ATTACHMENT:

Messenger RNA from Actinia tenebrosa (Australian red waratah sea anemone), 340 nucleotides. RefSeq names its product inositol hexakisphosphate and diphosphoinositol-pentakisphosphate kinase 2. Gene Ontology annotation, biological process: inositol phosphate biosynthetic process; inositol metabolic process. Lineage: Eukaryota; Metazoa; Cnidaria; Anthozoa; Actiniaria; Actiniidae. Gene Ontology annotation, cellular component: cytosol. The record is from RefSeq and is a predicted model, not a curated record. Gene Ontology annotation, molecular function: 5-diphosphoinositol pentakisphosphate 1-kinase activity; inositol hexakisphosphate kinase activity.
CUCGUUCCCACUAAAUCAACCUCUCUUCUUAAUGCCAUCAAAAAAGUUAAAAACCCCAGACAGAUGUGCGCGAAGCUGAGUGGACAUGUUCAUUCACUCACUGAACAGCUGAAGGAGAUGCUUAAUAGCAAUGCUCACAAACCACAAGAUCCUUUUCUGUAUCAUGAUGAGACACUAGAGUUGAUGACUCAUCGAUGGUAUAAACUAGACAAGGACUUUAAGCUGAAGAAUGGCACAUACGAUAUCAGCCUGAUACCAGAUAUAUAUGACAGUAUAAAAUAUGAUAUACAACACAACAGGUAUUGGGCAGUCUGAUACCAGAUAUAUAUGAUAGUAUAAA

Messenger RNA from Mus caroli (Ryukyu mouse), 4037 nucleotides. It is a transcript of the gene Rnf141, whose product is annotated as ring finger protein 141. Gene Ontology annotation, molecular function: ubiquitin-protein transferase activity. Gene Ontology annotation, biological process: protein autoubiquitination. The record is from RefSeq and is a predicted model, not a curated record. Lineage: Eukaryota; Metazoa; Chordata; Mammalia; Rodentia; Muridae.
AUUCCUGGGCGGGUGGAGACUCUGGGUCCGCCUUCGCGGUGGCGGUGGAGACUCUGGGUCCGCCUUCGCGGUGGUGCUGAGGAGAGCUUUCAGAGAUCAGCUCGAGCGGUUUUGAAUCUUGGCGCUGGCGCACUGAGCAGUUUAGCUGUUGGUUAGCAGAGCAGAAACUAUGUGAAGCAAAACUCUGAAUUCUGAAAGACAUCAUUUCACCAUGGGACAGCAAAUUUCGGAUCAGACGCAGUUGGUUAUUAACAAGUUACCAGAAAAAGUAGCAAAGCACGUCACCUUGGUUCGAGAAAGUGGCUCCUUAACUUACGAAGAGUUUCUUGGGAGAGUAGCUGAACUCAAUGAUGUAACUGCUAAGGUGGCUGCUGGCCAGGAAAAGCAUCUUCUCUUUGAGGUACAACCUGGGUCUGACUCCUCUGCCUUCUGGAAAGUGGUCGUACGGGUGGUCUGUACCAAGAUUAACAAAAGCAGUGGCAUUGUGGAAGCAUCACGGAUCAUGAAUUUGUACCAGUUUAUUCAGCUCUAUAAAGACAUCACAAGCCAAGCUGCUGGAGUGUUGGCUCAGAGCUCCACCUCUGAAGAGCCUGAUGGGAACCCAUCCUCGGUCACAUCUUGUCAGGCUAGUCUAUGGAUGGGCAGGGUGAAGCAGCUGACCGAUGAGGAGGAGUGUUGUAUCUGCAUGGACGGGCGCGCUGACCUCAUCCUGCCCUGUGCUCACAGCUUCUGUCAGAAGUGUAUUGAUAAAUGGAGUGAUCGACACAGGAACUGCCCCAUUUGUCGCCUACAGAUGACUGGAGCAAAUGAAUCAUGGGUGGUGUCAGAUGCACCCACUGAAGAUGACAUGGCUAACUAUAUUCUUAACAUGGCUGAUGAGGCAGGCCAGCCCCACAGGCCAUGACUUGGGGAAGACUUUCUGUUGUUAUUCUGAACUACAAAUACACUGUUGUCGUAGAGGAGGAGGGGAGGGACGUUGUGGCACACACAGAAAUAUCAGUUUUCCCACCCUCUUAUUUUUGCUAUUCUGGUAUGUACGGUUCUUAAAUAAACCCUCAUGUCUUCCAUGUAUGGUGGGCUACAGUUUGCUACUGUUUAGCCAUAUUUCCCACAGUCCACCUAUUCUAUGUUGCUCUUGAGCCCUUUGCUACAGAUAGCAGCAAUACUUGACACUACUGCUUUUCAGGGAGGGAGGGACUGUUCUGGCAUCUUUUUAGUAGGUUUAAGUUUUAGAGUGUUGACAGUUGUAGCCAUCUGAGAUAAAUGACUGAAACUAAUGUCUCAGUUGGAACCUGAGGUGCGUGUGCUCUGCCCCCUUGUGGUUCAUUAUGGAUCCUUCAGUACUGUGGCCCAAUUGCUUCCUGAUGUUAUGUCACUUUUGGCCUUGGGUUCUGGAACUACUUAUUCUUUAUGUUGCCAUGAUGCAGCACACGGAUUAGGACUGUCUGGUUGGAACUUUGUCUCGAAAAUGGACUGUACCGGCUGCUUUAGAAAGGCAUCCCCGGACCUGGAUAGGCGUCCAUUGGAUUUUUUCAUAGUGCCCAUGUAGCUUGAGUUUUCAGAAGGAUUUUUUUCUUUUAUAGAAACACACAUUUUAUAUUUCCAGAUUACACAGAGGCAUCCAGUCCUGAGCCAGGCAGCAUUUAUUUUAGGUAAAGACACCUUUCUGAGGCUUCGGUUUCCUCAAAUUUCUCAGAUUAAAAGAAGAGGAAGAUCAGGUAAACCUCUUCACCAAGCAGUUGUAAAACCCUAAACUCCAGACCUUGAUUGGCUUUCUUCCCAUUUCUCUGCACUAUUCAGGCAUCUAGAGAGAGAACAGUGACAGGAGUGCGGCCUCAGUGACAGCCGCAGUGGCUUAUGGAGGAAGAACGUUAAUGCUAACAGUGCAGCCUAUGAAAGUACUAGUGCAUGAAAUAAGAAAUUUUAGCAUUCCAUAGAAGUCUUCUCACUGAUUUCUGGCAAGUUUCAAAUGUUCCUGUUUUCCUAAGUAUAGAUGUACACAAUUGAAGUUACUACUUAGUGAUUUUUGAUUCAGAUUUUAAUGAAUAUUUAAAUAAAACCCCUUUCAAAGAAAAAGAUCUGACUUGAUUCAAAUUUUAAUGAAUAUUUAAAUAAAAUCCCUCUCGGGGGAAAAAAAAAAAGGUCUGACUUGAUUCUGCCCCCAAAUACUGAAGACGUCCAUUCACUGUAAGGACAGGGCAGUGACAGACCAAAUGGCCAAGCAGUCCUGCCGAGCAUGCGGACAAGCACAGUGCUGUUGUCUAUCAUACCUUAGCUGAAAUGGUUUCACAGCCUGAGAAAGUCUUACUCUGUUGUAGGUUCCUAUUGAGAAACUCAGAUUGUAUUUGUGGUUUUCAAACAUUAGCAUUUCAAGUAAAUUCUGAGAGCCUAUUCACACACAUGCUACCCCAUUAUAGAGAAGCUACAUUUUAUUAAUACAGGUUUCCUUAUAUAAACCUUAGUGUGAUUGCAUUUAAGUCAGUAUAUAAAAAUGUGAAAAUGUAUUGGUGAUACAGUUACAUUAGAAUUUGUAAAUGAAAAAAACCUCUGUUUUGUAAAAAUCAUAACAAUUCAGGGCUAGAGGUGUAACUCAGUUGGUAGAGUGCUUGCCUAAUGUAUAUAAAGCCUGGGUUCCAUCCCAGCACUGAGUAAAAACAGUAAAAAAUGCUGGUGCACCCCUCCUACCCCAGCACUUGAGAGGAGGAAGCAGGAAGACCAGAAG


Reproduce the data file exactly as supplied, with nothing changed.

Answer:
Messenger RNA from Actinia tenebrosa (Australian red waratah sea anemone), 340 nucleotides. RefSeq names its product inositol hexakisphosphate and diphosphoinositol-pentakisphosphate kinase 2. Gene Ontology annotation, biological process: inositol phosphate biosynthetic process; inositol metabolic process. Lineage: Eukaryota; Metazoa; Cnidaria; Anthozoa; Actiniaria; Actiniidae. Gene Ontology annotation, cellular component: cytosol. The record is from RefSeq and is a predicted model, not a curated record. Gene Ontology annotation, molecular function: 5-diphosphoinositol pentakisphosphate 1-kinase activity; inositol hexakisphosphate kinase activity.
CUCGUUCCCACUAAAUCAACCUCUCUUCUUAAUGCCAUCAAAAAAGUUAAAAACCCCAGACAGAUGUGCGCGAAGCUGAGUGGACAUGUUCAUUCACUCACUGAACAGCUGAAGGAGAUGCUUAAUAGCAAUGCUCACAAACCACAAGAUCCUUUUCUGUAUCAUGAUGAGACACUAGAGUUGAUGACUCAUCGAUGGUAUAAACUAGACAAGGACUUUAAGCUGAAGAAUGGCACAUACGAUAUCAGCCUGAUACCAGAUAUAUAUGACAGUAUAAAAUAUGAUAUACAACACAACAGGUAUUGGGCAGUCUGAUACCAGAUAUAUAUGAUAGUAUAAA

Messenger RNA from Mus caroli (Ryukyu mouse), 4037 nucleotides. It is a transcript of the gene Rnf141, whose product is annotated as ring finger protein 141. Gene Ontology annotation, molecular function: ubiquitin-protein transferase activity. Gene Ontology annotation, biological process: protein autoubiquitination. The record is from RefSeq and is a predicted model, not a curated record. Lineage: Eukaryota; Metazoa; Chordata; Mammalia; Rodentia; Muridae.
AUUCCUGGGCGGGUGGAGACUCUGGGUCCGCCUUCGCGGUGGCGGUGGAGACUCUGGGUCCGCCUUCGCGGUGGUGCUGAGGAGAGCUUUCAGAGAUCAGCUCGAGCGGUUUUGAAUCUUGGCGCUGGCGCACUGAGCAGUUUAGCUGUUGGUUAGCAGAGCAGAAACUAUGUGAAGCAAAACUCUGAAUUCUGAAAGACAUCAUUUCACCAUGGGACAGCAAAUUUCGGAUCAGACGCAGUUGGUUAUUAACAAGUUACCAGAAAAAGUAGCAAAGCACGUCACCUUGGUUCGAGAAAGUGGCUCCUUAACUUACGAAGAGUUUCUUGGGAGAGUAGCUGAACUCAAUGAUGUAACUGCUAAGGUGGCUGCUGGCCAGGAAAAGCAUCUUCUCUUUGAGGUACAACCUGGGUCUGACUCCUCUGCCUUCUGGAAAGUGGUCGUACGGGUGGUCUGUACCAAGAUUAACAAAAGCAGUGGCAUUGUGGAAGCAUCACGGAUCAUGAAUUUGUACCAGUUUAUUCAGCUCUAUAAAGACAUCACAAGCCAAGCUGCUGGAGUGUUGGCUCAGAGCUCCACCUCUGAAGAGCCUGAUGGGAACCCAUCCUCGGUCACAUCUUGUCAGGCUAGUCUAUGGAUGGGCAGGGUGAAGCAGCUGACCGAUGAGGAGGAGUGUUGUAUCUGCAUGGACGGGCGCGCUGACCUCAUCCUGCCCUGUGCUCACAGCUUCUGUCAGAAGUGUAUUGAUAAAUGGAGUGAUCGACACAGGAACUGCCCCAUUUGUCGCCUACAGAUGACUGGAGCAAAUGAAUCAUGGGUGGUGUCAGAUGCACCCACUGAAGAUGACAUGGCUAACUAUAUUCUUAACAUGGCUGAUGAGGCAGGCCAGCCCCACAGGCCAUGACUUGGGGAAGACUUUCUGUUGUUAUUCUGAACUACAAAUACACUGUUGUCGUAGAGGAGGAGGGGAGGGACGUUGUGGCACACACAGAAAUAUCAGUUUUCCCACCCUCUUAUUUUUGCUAUUCUGGUAUGUACGGUUCUUAAAUAAACCCUCAUGUCUUCCAUGUAUGGUGGGCUACAGUUUGCUACUGUUUAGCCAUAUUUCCCACAGUCCACCUAUUCUAUGUUGCUCUUGAGCCCUUUGCUACAGAUAGCAGCAAUACUUGACACUACUGCUUUUCAGGGAGGGAGGGACUGUUCUGGCAUCUUUUUAGUAGGUUUAAGUUUUAGAGUGUUGACAGUUGUAGCCAUCUGAGAUAAAUGACUGAAACUAAUGUCUCAGUUGGAACCUGAGGUGCGUGUGCUCUGCCCCCUUGUGGUUCAUUAUGGAUCCUUCAGUACUGUGGCCCAAUUGCUUCCUGAUGUUAUGUCACUUUUGGCCUUGGGUUCUGGAACUACUUAUUCUUUAUGUUGCCAUGAUGCAGCACACGGAUUAGGACUGUCUGGUUGGAACUUUGUCUCGAAAAUGGACUGUACCGGCUGCUUUAGAAAGGCAUCCCCGGACCUGGAUAGGCGUCCAUUGGAUUUUUUCAUAGUGCCCAUGUAGCUUGAGUUUUCAGAAGGAUUUUUUUCUUUUAUAGAAACACACAUUUUAUAUUUCCAGAUUACACAGAGGCAUCCAGUCCUGAGCCAGGCAGCAUUUAUUUUAGGUAAAGACACCUUUCUGAGGCUUCGGUUUCCUCAAAUUUCUCAGAUUAAAAGAAGAGGAAGAUCAGGUAAACCUCUUCACCAAGCAGUUGUAAAACCCUAAACUCCAGACCUUGAUUGGCUUUCUUCCCAUUUCUCUGCACUAUUCAGGCAUCUAGAGAGAGAACAGUGACAGGAGUGCGGCCUCAGUGACAGCCGCAGUGGCUUAUGGAGGAAGAACGUUAAUGCUAACAGUGCAGCCUAUGAAAGUACUAGUGCAUGAAAUAAGAAAUUUUAGCAUUCCAUAGAAGUCUUCUCACUGAUUUCUGGCAAGUUUCAAAUGUUCCUGUUUUCCUAAGUAUAGAUGUACACAAUUGAAGUUACUACUUAGUGAUUUUUGAUUCAGAUUUUAAUGAAUAUUUAAAUAAAACCCCUUUCAAAGAAAAAGAUCUGACUUGAUUCAAAUUUUAAUGAAUAUUUAAAUAAAAUCCCUCUCGGGGGAAAAAAAAAAAGGUCUGACUUGAUUCUGCCCCCAAAUACUGAAGACGUCCAUUCACUGUAAGGACAGGGCAGUGACAGACCAAAUGGCCAAGCAGUCCUGCCGAGCAUGCGGACAAGCACAGUGCUGUUGUCUAUCAUACCUUAGCUGAAAUGGUUUCACAGCCUGAGAAAGUCUUACUCUGUUGUAGGUUCCUAUUGAGAAACUCAGAUUGUAUUUGUGGUUUUCAAACAUUAGCAUUUCAAGUAAAUUCUGAGAGCCUAUUCACACACAUGCUACCCCAUUAUAGAGAAGCUACAUUUUAUUAAUACAGGUUUCCUUAUAUAAACCUUAGUGUGAUUGCAUUUAAGUCAGUAUAUAAAAAUGUGAAAAUGUAUUGGUGAUACAGUUACAUUAGAAUUUGUAAAUGAAAAAAACCUCUGUUUUGUAAAAAUCAUAACAAUUCAGGGCUAGAGGUGUAACUCAGUUGGUAGAGUGCUUGCCUAAUGUAUAUAAAGCCUGGGUUCCAUCCCAGCACUGAGUAAAAACAGUAAAAAAUGCUGGUGCACCCCUCCUACCCCAGCACUUGAGAGGAGGAAGCAGGAAGACCAGAAG